Basquiat was an iconoclastic artist who pioneered a new style of art that blended graffiti, street culture, and Neo-Expressionism. His style was heavily influenced by his surroundings, as he grew up in the gritty and vibrant atmosphere of New York City, and one of the most unique elements of Basquiat's style was his use of textual elements. He frequently included words and phrases, sometimes in a haphazard or seemingly random manner, to convey messages and themes. His use of symbols and imagery also added a distinctive dimension to his works. Basquiat often incorporated elements of African art and mythology, which gave his works a unique quality within an almost-exclusively white art world.
Basquiat's style evolved over the years, as he gained more recognition and honed his craft. In his earlier works as part of SAMO©, a partnership with the artist Al Diaz, he tended to rely more on text and simple imagery to provoke thought in the inhabitants of New York City. As his career progressed, however, his style became more complex and nuanced and he began to experiment with different mediums, including oil paint, acrylic, and mixed media. His approach to colour also became more sophisticated, and his artworks often demonstrate a strong contrast between two opposite colours.
Overall, Basquiat's art style was a radical departure from the norms of the art world at the time, and his unique approach to art-making has influenced generations of artists that have followed in his footsteps.
Basquiat's Untitled (1982) is one of the most iconic pieces of art from the Neo-Expressionist movement. The painting features a powerful image of a skull, with Basquiat's signature graffiti-style overlaid on top of a textured canvas. He used a variety of materials and techniques to create this painting, including acrylic, oil stick and spray paint to create the vibrant colours and bold lines. The canvas itself has a unique texture, with layers of paint and scribbles creating a sense of depth and complexity; the skull is a recurring motif in Basquiat's work, representing mortality, violence, and the artist's connection with the African diaspora.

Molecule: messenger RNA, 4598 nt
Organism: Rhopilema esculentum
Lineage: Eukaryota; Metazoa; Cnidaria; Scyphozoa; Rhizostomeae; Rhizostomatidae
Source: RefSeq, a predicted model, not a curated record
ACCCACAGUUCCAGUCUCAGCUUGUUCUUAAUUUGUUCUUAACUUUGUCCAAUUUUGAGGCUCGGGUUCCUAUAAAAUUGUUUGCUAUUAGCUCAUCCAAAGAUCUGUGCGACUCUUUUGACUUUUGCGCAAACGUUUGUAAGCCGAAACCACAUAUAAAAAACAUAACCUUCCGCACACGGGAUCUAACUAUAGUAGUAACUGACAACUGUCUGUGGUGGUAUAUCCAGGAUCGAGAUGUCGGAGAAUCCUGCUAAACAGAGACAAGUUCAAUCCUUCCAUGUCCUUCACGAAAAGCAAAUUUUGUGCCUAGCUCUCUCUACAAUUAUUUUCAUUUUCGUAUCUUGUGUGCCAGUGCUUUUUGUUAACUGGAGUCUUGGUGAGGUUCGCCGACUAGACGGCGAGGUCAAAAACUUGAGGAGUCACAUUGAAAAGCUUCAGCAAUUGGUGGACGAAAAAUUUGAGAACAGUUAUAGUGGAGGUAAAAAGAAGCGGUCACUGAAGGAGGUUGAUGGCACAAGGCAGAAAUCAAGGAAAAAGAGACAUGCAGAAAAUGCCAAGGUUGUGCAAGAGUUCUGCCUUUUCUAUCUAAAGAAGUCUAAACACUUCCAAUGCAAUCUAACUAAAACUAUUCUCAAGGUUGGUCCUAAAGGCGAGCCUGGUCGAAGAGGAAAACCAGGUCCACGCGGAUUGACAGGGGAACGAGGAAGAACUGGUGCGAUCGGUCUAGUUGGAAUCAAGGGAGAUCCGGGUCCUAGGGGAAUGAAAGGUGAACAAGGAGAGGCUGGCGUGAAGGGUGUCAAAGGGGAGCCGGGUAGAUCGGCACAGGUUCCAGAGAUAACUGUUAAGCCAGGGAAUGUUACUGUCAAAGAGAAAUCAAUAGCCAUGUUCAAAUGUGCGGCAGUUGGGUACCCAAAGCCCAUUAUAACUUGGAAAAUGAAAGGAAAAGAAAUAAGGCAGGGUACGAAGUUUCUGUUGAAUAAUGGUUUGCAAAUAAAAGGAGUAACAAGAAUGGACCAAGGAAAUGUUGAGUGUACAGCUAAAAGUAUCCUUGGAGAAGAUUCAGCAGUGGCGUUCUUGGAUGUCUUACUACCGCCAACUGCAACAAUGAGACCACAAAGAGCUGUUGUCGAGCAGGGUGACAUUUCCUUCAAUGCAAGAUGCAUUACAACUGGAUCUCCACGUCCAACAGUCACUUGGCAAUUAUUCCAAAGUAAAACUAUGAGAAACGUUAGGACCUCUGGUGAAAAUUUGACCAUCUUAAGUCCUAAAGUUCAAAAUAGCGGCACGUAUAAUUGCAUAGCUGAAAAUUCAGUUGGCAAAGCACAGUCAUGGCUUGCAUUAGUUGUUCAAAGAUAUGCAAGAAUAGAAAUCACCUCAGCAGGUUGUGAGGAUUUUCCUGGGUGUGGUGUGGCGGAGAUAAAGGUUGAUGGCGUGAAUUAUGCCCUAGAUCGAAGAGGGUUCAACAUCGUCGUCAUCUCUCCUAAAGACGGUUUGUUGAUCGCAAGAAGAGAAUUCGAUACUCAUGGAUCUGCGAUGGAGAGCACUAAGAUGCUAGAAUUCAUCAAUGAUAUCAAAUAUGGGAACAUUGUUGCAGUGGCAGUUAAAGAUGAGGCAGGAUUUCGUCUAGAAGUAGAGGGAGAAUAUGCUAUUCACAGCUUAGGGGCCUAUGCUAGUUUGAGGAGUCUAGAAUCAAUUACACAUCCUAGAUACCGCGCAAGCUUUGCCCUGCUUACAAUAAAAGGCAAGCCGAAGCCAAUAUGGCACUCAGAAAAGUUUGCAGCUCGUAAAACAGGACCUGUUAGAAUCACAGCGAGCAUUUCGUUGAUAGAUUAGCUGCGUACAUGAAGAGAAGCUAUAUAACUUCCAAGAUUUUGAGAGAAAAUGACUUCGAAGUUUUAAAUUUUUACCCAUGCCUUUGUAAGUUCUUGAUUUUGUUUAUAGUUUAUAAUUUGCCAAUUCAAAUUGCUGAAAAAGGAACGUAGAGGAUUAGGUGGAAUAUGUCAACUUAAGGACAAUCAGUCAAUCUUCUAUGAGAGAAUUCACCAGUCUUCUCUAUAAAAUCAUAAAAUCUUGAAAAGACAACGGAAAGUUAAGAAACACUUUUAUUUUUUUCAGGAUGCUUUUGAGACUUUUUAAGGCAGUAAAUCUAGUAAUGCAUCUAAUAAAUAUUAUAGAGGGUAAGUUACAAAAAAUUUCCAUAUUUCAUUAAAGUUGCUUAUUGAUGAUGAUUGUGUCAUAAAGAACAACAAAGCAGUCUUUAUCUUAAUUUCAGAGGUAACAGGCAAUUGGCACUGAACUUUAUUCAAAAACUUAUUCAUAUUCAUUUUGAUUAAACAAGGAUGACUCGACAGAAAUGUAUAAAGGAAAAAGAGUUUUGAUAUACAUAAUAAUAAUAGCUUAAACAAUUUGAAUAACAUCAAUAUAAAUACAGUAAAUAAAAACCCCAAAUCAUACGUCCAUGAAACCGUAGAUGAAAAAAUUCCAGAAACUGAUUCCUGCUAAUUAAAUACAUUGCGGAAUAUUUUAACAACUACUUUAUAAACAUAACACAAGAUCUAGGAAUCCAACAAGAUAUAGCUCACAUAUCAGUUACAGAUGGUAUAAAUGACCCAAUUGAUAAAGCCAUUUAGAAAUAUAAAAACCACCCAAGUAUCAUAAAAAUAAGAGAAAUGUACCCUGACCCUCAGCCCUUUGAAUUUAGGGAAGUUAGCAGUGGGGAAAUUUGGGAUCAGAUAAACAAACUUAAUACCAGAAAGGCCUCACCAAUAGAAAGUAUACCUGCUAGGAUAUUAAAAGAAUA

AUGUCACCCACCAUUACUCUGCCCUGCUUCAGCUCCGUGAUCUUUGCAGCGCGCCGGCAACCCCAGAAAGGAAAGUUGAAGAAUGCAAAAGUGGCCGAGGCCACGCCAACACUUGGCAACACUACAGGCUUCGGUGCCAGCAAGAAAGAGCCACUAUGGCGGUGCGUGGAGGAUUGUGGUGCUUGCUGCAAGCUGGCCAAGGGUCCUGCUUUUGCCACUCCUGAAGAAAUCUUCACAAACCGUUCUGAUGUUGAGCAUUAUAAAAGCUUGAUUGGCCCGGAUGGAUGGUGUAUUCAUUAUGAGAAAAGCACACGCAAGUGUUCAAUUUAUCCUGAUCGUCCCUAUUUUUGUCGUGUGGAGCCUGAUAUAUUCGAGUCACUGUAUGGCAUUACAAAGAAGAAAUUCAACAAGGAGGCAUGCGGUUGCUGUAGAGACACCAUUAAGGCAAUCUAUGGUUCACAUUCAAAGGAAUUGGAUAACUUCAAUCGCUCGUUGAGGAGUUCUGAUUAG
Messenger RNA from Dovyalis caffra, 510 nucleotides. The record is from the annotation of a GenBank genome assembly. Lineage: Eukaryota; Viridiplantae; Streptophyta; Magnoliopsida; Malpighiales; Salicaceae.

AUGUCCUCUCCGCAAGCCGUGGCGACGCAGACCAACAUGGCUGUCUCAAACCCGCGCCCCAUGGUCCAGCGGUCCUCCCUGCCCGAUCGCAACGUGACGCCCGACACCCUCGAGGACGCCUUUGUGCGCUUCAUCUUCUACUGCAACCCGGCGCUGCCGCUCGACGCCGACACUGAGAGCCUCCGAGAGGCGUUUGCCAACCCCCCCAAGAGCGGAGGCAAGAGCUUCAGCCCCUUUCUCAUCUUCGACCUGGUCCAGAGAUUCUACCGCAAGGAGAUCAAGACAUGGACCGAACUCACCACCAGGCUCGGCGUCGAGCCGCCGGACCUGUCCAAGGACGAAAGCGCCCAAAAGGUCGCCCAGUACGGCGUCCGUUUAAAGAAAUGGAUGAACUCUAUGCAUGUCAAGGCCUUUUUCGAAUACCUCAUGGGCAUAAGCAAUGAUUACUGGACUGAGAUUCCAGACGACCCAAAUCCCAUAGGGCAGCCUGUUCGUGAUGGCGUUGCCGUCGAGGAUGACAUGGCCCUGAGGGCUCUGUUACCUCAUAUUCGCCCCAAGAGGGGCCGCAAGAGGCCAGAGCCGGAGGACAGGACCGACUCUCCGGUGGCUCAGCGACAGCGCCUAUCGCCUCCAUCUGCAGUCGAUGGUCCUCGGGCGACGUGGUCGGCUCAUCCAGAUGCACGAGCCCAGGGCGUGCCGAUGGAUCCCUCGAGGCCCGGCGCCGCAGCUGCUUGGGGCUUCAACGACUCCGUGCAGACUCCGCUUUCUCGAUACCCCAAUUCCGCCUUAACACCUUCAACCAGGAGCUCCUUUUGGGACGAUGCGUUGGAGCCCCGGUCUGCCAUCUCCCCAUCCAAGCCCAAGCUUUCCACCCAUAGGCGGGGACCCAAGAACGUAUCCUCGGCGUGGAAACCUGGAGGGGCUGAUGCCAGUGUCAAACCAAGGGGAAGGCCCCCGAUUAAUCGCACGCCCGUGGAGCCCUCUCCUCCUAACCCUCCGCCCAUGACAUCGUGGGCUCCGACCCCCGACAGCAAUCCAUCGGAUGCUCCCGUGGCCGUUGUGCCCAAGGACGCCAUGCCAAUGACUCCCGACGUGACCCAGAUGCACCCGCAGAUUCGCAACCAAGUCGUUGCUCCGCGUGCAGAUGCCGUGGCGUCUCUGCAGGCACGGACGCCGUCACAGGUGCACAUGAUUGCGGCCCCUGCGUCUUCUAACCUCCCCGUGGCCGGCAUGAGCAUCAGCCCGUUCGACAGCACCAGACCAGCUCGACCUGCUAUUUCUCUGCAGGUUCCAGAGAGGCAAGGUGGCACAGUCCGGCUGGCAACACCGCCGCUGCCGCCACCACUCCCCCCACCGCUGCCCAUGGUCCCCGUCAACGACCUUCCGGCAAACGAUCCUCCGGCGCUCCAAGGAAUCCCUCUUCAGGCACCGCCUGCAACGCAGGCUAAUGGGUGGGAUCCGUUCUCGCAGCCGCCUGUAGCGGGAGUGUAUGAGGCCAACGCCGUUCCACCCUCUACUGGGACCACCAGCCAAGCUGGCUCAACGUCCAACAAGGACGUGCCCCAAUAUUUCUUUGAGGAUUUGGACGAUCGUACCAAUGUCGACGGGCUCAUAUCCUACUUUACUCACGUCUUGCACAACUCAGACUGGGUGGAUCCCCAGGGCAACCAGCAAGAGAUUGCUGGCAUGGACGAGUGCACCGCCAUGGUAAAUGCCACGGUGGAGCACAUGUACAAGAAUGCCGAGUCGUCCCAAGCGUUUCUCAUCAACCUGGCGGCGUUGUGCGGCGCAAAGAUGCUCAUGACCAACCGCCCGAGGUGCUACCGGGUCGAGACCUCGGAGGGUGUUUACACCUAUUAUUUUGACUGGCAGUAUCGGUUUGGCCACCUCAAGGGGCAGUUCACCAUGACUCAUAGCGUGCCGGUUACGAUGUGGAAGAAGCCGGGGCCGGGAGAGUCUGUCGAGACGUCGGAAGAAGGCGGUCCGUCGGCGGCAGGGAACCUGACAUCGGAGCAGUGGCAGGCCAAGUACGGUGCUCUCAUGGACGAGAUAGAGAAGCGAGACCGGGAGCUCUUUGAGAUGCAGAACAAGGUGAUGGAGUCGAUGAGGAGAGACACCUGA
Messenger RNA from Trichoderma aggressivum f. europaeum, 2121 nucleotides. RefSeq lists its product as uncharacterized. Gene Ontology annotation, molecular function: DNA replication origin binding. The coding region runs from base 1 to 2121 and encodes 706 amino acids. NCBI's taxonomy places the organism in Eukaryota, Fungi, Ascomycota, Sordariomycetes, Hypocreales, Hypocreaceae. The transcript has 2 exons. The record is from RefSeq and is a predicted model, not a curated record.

The painting also marks a shift in the art world's reception of Basquiat. Although he was always commercially successful, he was first rejected by the establishment. Famously, the MoMA rejected two of his paintings while the artist was still alive. Since then, however, Basquiat has become one of the most coveted artists for collectors and institutions alike. In 2017, Untitled (1982) sold at over $110 million, setting a new record for the artist and inspiring a new generation of artists and art lovers. Basquiat, who was only 21-years-old when he painted Untitled, set a record for American artists at auction at the time.
By deconstructing Basquiat's vision, it is evident that he had a profound impact on the art world, breaking down barriers and creating a new artistic language that transcended traditional boundaries.
Basquiat's brief but impactful career had a profound effect on the art world. He was one of the most celebrated artists of the 1980s, renowned for his raw and expressive paintings that blended street art, graffiti, and neo-expressionism. Basquiat's influence on contemporary art and culture cannot be overstated. His art gave voice to issues of race, class, and power, and he became an icon of the downtown New York art scene.
Basquiat's unique use of materials and techniques continue to inspire artists today. He often used found objects and everyday items in his paintings, such as doors, windows, and clothing, creating textured surfaces that added depth and meaning to his work. His use of symbols and text also added to the complexity and layered meanings in his paintings.
Basquiat's impact can be seen in the work of artists such as KAWS, Banksy, and Shepard Fairey, who continue to push the boundaries of art and culture in new and exciting ways. Basquiat's legacy lives on, inspiring artists and collectors alike to continue to explore new materials and techniques and challenge the status quo.
Exploring Basquiat's materials and techniques provides a deeper understanding of the his unique style and the impact he has had on the art world. Through the use of unconventional materials and techniques that reflect his diverse background and personal experiences, Basquiat created a powerful aesthetic that challenged traditional notions of fine art. By examining his creative process, we can appreciate the depth and complexity of his work, as well as what makes his art so powerful and relevant today. He has influenced generations of artists and continues to inspire and captivate audiences around the world.
Track live demand in works from our artist's portfolios and view access to the works you're looking for.